Well, it has been a while. Today, my brain won’t let me do anything else until I have blogged. Not sure I am quite ready to put down the emotional rollercoaster that is my brain every year at this time, but meh. What can you do. I must blog so that I can achieve other things lol.

I cried myself to sleep last night. Unexpectedly.

A friend of mine had commented on a Facebook post by Em Rusciano. Em was due to give birth yesterday, but miscarried earlier in her pregnancy. It was such a heartfelt post, something resonated, and I just released. No prize for guessing what the next thing will be to work on when I return to therapy in January. I will, under guidance and not by myself, Demartini the mother out of my miscarriage. This morning I awoke feeling emotionally hungover. I can feel the cogs turning in my mind, a lot of processing happening, I can’t access most of it yet.

I head back to my permanent teaching position in ten sleeps. Yes. I am counting down. Why do we do that to ourselves?!

I have had a phenomenal year. My goal was to heal from the investigation, and for the most part, I have. I do not think I carry any anger anymore, especially towards the people that I used as a symbol for all that went wrong last year (and not the people you would expect). I feel quite calm about returning to work from that perspective. However, this year has really solidified for me the people that regard me as a concept and those that value me. This is a good thing moving forward.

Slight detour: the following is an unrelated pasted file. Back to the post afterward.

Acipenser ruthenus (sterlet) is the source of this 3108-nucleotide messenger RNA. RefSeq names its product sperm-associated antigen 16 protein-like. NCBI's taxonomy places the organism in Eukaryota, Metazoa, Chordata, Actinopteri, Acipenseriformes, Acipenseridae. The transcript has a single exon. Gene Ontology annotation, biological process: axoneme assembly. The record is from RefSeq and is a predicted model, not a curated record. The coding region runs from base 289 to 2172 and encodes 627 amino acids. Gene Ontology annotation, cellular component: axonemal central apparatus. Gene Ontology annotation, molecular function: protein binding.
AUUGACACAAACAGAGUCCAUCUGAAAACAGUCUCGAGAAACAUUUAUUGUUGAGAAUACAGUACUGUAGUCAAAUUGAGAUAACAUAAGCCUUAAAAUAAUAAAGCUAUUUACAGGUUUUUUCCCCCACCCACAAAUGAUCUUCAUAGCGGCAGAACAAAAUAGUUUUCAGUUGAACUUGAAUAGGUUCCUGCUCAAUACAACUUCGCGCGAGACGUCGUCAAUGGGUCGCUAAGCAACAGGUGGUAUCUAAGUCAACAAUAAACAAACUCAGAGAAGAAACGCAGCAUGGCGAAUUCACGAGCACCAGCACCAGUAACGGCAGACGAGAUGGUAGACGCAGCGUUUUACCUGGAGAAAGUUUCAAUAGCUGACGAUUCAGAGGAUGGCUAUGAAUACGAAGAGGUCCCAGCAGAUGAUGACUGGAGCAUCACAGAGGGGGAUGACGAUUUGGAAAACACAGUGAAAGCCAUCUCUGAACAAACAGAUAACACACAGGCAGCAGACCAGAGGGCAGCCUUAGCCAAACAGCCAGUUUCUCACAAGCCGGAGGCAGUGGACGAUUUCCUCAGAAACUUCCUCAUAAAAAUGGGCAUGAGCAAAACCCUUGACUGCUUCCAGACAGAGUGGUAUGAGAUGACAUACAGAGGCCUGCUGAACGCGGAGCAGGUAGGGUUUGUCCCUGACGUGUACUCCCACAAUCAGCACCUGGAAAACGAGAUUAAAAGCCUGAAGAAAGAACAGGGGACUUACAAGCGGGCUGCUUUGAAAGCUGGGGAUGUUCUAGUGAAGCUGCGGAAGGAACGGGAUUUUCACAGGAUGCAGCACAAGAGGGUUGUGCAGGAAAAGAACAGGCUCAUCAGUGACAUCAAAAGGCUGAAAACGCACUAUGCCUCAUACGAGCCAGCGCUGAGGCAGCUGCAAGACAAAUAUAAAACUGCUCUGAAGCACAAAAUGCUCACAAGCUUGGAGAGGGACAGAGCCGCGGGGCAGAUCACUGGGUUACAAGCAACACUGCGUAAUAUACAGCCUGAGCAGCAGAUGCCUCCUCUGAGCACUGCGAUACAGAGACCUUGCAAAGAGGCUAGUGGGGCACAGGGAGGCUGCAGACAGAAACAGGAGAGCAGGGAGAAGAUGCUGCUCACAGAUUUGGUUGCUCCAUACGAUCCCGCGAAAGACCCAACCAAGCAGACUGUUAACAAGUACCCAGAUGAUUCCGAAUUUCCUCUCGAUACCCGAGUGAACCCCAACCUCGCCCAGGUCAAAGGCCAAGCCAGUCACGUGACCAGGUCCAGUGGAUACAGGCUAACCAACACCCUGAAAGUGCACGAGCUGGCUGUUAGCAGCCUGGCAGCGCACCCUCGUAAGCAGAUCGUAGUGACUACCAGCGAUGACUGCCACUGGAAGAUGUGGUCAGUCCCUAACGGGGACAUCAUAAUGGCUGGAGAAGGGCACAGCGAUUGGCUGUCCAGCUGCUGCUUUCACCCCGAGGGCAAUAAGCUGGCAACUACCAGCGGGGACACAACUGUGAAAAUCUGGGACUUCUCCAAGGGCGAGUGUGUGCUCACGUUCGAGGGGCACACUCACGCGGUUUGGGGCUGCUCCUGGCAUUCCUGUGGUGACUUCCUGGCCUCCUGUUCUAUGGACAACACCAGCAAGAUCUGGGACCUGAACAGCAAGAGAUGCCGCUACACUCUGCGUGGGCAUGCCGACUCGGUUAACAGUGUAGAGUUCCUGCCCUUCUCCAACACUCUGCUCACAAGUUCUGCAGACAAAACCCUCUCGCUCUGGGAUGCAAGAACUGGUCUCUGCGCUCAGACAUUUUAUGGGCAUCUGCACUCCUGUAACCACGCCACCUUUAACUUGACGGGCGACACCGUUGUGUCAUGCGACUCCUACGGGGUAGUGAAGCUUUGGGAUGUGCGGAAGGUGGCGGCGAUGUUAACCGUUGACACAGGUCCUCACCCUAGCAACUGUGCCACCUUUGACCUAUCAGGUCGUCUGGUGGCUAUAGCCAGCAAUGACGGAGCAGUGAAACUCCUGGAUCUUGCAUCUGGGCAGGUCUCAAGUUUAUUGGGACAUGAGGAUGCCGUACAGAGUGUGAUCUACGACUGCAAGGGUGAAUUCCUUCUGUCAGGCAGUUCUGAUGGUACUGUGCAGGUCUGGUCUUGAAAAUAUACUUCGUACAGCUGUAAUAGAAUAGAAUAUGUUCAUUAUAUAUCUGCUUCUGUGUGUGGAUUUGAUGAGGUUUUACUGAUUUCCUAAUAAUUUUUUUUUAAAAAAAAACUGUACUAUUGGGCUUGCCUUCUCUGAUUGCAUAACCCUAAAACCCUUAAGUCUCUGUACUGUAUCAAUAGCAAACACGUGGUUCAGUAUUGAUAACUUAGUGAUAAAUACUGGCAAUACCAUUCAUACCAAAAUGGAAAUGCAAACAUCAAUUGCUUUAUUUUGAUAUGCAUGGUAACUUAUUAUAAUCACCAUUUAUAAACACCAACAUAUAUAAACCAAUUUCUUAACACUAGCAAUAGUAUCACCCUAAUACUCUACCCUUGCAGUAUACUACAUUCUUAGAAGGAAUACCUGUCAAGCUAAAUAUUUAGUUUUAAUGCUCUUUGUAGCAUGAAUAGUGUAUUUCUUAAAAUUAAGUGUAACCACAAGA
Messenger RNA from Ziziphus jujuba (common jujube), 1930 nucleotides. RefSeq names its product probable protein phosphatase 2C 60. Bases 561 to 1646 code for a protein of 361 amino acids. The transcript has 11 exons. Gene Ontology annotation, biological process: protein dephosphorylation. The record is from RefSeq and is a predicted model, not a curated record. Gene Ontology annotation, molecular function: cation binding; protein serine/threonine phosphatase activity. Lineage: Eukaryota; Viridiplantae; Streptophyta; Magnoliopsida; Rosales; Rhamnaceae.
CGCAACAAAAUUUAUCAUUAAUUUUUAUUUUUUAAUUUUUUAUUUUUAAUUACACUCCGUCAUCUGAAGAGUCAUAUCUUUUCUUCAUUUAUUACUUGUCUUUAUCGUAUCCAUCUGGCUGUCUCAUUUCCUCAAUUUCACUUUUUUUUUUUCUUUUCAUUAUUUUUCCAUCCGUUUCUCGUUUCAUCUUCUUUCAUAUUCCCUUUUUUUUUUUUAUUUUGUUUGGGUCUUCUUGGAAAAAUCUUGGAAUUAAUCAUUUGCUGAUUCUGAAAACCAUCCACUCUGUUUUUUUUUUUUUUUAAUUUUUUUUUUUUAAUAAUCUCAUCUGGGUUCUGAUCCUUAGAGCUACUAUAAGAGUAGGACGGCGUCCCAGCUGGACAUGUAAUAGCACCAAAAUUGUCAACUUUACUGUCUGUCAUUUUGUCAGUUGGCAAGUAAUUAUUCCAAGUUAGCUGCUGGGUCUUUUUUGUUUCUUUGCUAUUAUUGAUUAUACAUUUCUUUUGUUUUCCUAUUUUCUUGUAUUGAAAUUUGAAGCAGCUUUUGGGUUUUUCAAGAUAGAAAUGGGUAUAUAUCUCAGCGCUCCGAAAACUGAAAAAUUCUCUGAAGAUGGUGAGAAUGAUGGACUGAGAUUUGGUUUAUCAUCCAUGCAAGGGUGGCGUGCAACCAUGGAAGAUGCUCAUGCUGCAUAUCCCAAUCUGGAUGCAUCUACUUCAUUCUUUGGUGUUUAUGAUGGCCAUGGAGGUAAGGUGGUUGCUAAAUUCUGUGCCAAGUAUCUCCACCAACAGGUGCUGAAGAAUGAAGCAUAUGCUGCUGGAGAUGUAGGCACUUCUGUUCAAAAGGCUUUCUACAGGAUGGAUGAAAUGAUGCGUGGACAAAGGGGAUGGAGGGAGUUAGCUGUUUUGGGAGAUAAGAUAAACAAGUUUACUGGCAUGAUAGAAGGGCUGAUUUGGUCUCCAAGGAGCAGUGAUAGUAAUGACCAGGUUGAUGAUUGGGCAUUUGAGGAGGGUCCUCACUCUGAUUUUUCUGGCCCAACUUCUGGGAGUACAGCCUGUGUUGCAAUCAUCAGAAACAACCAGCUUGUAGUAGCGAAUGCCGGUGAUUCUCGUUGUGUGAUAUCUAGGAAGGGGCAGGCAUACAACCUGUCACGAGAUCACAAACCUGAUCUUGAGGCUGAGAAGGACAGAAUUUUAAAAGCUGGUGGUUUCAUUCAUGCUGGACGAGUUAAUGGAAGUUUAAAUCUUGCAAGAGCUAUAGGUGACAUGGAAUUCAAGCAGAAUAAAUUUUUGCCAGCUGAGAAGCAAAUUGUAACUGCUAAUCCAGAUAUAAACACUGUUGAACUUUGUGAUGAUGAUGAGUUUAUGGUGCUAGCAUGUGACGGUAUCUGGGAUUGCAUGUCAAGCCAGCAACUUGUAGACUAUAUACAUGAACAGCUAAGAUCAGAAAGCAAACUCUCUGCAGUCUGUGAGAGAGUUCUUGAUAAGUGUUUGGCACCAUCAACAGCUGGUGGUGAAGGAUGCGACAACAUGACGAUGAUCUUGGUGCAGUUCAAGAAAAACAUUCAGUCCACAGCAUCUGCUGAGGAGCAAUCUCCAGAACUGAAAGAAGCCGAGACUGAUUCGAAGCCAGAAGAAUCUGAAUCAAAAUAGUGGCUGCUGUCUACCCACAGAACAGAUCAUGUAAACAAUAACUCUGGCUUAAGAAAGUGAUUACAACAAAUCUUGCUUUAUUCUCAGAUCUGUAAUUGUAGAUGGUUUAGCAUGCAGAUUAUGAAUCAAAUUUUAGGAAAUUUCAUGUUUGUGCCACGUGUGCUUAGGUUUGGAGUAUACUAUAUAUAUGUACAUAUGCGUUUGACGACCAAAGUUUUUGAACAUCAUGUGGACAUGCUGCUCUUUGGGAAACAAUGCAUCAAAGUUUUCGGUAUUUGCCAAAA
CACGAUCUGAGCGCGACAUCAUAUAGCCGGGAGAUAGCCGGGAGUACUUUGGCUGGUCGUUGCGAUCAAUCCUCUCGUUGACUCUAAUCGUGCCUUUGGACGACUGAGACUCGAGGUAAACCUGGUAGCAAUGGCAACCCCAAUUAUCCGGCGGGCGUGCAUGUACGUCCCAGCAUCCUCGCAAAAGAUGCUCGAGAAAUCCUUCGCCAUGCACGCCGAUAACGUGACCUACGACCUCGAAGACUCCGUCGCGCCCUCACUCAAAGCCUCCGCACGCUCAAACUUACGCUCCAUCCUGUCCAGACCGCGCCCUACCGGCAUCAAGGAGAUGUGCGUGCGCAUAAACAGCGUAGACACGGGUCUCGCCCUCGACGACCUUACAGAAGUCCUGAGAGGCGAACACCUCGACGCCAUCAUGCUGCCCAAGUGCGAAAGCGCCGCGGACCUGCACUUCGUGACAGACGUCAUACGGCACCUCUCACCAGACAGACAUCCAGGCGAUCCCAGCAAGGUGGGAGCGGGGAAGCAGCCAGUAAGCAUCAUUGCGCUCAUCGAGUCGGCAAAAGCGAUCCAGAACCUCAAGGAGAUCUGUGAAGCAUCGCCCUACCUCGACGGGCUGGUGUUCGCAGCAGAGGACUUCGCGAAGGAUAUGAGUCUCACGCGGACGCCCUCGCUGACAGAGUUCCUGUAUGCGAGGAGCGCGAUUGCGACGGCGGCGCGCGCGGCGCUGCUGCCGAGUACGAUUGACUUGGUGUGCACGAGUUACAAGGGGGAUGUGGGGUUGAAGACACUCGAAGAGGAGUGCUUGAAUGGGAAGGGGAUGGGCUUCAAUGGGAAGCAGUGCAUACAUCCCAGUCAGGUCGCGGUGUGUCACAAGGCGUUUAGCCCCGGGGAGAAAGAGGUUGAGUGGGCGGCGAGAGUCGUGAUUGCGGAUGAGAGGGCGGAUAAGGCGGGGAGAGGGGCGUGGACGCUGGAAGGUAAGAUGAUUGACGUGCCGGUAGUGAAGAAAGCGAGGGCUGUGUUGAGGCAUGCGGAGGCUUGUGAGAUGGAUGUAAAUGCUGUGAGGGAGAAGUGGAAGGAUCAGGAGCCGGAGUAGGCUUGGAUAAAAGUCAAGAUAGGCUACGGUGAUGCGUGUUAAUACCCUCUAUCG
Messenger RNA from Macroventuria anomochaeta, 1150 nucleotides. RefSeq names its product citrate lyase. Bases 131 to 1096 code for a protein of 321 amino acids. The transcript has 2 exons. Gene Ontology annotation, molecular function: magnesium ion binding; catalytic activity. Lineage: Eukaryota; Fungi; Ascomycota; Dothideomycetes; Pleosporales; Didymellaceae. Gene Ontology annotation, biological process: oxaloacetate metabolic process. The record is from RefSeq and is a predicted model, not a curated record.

I carry concerns that I will fall into past patterns at work upon my return. I have no desire to be the person I was when I left, almost a year ago. I no longer desire to mentor any adults in the workplace; I no longer want to be the ‘go to’ person for all and sundry; I no longer want the long hours and excessive workload, watching those that I have supported drive through those gates to liberation before me.

My life has moved. I have moved. My values have changed. I am no longer the person that I was; I have liberated myself from the cage I had imprisoned myself in.

I think I felt a lot of shame and a lot of guilt. I had always wanted to be a teacher. I didn’t stop to think that teaching takes many forms and doesn’t necessarily just happen in a classroom. I was, and am, grateful for all of my years in formal education. I grew into myself, forged new paths, and inspired and empowered many. My legacy in education may not have reached award status, but my impact has been significant. So, I felt guilty thinking I may have outgrown it, shame that I wasn’t being grateful by needing to move away from it.

One of my clients had to watch a TED Talk to use as a related text for an assessment on “Discovery”. We were deconstructing it on Wednesday. It spoke to me on so many different levels.

Emilie Wapnick’s “Why Some Of Us Don’t Have One True Calling”